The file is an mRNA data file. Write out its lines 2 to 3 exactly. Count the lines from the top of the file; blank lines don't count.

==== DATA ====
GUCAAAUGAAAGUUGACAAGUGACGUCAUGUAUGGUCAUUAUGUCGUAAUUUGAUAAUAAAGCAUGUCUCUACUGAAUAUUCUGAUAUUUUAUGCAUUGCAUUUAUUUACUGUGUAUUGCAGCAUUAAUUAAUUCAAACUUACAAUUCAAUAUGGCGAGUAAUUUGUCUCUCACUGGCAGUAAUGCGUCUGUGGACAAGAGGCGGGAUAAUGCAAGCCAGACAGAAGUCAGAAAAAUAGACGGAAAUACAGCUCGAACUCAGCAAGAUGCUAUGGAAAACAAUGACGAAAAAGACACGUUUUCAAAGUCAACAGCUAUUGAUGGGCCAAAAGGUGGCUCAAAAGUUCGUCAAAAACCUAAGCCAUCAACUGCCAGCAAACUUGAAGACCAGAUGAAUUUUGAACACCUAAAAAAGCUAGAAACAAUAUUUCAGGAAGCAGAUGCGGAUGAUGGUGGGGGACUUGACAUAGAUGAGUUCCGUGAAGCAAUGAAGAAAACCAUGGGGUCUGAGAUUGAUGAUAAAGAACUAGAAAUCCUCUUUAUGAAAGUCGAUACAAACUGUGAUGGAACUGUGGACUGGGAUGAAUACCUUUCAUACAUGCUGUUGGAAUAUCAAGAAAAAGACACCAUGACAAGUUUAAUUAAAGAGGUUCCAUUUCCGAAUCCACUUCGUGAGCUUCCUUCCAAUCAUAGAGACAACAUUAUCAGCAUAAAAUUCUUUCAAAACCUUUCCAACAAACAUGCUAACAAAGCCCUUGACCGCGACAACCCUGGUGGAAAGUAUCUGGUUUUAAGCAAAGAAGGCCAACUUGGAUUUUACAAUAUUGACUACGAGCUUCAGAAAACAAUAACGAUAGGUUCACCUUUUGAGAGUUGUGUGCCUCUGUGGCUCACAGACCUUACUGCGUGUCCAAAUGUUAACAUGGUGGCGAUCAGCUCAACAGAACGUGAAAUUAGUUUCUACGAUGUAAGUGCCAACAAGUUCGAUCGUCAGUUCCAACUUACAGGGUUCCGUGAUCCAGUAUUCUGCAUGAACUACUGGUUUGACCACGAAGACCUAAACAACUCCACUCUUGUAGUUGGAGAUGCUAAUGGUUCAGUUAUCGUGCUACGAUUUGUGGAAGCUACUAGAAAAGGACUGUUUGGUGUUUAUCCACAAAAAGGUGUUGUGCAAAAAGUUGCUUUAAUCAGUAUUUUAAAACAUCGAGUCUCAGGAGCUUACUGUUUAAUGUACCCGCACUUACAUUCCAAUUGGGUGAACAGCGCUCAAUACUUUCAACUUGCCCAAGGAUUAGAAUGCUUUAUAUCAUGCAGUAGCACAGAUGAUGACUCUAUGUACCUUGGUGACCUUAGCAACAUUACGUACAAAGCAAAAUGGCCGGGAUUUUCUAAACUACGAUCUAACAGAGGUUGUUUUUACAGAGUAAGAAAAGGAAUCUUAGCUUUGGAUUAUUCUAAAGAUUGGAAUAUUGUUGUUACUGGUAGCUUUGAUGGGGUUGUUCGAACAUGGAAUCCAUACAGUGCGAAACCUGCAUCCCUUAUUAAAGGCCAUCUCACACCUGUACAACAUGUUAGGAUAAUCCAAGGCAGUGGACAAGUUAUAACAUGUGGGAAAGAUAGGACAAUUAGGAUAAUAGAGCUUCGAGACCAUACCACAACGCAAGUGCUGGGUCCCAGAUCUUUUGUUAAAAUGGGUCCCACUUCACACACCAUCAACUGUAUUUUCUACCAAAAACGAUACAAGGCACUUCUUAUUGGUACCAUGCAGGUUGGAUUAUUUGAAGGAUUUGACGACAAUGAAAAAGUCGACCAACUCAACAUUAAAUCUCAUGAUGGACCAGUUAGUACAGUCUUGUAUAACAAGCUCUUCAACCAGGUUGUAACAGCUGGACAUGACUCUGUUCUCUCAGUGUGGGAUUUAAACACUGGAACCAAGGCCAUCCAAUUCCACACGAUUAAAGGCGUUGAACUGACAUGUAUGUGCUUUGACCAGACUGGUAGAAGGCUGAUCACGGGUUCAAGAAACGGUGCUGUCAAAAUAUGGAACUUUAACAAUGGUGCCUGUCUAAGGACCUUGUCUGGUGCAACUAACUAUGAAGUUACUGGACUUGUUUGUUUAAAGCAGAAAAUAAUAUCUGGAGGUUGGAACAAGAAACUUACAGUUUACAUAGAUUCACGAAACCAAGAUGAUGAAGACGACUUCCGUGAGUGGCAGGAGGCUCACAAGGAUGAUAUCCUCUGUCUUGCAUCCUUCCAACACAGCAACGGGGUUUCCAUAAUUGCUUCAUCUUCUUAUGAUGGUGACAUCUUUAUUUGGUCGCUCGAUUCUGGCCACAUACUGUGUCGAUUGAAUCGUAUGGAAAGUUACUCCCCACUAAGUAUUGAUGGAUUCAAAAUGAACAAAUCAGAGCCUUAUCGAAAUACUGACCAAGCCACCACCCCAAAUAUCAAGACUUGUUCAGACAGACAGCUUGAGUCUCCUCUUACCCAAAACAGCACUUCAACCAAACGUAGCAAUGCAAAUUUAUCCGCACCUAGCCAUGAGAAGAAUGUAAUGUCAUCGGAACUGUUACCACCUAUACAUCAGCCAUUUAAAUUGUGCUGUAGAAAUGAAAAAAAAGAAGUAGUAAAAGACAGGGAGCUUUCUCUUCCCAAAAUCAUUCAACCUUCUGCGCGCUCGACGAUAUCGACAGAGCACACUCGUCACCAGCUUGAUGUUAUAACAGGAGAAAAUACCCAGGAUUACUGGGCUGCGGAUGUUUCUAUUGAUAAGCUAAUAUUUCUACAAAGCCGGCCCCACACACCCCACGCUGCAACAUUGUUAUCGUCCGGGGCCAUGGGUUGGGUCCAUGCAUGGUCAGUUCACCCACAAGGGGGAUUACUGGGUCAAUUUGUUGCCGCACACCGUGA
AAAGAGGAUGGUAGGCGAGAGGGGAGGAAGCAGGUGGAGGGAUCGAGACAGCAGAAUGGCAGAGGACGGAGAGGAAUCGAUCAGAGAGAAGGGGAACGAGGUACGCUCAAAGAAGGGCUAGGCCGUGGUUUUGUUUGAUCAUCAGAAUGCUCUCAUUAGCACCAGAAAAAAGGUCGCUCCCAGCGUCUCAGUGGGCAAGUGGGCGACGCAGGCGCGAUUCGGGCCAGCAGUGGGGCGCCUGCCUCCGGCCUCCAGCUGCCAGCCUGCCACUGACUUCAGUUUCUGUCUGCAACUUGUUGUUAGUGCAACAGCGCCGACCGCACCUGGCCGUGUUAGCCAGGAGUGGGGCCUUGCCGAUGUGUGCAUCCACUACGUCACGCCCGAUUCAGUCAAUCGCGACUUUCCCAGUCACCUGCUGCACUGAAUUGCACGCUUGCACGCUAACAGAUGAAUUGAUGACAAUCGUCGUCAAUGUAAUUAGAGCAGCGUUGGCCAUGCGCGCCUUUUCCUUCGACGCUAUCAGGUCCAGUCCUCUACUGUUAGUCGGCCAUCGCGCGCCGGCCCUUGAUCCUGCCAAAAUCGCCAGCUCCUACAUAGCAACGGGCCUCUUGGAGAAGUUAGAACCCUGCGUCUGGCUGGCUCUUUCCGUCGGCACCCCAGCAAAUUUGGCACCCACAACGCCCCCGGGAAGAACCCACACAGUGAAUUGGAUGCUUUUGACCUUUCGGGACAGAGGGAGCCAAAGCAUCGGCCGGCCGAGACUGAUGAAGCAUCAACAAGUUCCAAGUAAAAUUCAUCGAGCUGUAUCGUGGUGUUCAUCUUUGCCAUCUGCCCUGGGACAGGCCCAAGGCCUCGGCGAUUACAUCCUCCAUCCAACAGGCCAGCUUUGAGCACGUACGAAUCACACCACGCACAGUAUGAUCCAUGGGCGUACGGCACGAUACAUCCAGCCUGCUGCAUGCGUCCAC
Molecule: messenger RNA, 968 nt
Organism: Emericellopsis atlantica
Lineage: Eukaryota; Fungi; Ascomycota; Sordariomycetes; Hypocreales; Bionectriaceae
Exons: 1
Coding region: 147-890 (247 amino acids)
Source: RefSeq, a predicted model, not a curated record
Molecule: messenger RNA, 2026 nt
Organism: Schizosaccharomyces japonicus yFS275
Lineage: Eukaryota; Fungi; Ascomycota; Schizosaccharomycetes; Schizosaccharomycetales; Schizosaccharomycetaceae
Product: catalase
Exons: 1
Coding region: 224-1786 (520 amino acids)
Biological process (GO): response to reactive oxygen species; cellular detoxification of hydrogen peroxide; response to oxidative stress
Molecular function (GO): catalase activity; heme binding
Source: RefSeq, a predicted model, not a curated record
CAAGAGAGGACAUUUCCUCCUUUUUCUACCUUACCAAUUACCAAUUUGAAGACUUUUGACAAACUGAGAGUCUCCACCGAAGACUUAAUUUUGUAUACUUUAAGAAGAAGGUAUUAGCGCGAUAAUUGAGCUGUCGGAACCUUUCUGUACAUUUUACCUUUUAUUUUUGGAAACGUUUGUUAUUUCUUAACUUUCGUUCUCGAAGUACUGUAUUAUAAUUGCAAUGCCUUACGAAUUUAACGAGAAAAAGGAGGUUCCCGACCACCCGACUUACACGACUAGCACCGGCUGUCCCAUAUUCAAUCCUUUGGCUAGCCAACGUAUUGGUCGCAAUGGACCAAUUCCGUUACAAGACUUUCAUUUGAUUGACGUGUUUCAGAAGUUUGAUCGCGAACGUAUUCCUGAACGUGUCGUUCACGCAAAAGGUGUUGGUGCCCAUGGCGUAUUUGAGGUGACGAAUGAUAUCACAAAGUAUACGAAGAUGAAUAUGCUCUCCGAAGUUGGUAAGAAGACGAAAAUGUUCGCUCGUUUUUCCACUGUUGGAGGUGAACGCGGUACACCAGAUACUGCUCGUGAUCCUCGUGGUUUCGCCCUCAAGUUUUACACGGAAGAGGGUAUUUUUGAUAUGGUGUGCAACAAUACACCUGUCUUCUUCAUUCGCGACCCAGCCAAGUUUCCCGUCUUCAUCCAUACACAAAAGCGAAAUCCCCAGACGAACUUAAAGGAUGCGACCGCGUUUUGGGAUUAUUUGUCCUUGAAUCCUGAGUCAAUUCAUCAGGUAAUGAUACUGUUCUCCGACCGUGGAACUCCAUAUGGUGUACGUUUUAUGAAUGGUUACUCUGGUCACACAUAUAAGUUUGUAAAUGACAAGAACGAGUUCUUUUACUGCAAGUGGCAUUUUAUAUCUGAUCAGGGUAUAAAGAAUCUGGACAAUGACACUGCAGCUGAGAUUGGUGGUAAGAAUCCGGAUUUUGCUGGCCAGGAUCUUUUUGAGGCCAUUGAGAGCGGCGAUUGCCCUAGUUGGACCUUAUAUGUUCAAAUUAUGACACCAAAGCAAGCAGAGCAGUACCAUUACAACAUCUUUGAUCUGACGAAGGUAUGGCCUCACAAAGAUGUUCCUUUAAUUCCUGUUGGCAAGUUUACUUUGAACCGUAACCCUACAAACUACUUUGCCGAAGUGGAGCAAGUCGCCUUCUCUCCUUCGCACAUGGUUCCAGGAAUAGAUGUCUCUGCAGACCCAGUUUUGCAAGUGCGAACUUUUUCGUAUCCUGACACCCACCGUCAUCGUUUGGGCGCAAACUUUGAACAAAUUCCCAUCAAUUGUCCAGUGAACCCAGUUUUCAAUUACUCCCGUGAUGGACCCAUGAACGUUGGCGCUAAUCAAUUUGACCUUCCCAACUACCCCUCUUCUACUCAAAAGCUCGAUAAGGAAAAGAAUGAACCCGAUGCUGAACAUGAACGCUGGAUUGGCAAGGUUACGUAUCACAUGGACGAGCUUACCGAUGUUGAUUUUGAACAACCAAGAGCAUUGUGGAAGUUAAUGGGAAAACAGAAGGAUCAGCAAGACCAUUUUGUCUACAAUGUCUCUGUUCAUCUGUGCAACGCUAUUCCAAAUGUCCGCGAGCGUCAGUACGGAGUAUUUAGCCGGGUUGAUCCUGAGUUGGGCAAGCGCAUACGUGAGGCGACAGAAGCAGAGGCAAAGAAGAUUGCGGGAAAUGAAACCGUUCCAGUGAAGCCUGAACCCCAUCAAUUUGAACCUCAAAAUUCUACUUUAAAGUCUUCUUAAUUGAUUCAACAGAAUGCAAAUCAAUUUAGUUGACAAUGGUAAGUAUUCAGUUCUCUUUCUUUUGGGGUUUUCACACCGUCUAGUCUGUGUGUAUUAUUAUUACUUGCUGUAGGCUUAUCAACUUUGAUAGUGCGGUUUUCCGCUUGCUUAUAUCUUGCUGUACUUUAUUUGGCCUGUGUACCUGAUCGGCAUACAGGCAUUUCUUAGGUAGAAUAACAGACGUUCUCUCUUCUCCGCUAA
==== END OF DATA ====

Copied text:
AAAGAGGAUGGUAGGCGAGAGGGGAGGAAGCAGGUGGAGGGAUCGAGACAGCAGAAUGGCAGAGGACGGAGAGGAAUCGAUCAGAGAGAAGGGGAACGAGGUACGCUCAAAGAAGGGCUAGGCCGUGGUUUUGUUUGAUCAUCAGAAUGCUCUCAUUAGCACCAGAAAAAAGGUCGCUCCCAGCGUCUCAGUGGGCAAGUGGGCGACGCAGGCGCGAUUCGGGCCAGCAGUGGGGCGCCUGCCUCCGGCCUCCAGCUGCCAGCCUGCCACUGACUUCAGUUUCUGUCUGCAACUUGUUGUUAGUGCAACAGCGCCGACCGCACCUGGCCGUGUUAGCCAGGAGUGGGGCCUUGCCGAUGUGUGCAUCCACUACGUCACGCCCGAUUCAGUCAAUCGCGACUUUCCCAGUCACCUGCUGCACUGAAUUGCACGCUUGCACGCUAACAGAUGAAUUGAUGACAAUCGUCGUCAAUGUAAUUAGAGCAGCGUUGGCCAUGCGCGCCUUUUCCUUCGACGCUAUCAGGUCCAGUCCUCUACUGUUAGUCGGCCAUCGCGCGCCGGCCCUUGAUCCUGCCAAAAUCGCCAGCUCCUACAUAGCAACGGGCCUCUUGGAGAAGUUAGAACCCUGCGUCUGGCUGGCUCUUUCCGUCGGCACCCCAGCAAAUUUGGCACCCACAACGCCCCCGGGAAGAACCCACACAGUGAAUUGGAUGCUUUUGACCUUUCGGGACAGAGGGAGCCAAAGCAUCGGCCGGCCGAGACUGAUGAAGCAUCAACAAGUUCCAAGUAAAAUUCAUCGAGCUGUAUCGUGGUGUUCAUCUUUGCCAUCUGCCCUGGGACAGGCCCAAGGCCUCGGCGAUUACAUCCUCCAUCCAACAGGCCAGCUUUGAGCACGUACGAAUCACACCACGCACAGUAUGAUCCAUGGGCGUACGGCACGAUACAUCCAGCCUGCUGCAUGCGUCCAC
Molecule: messenger RNA, 968 nt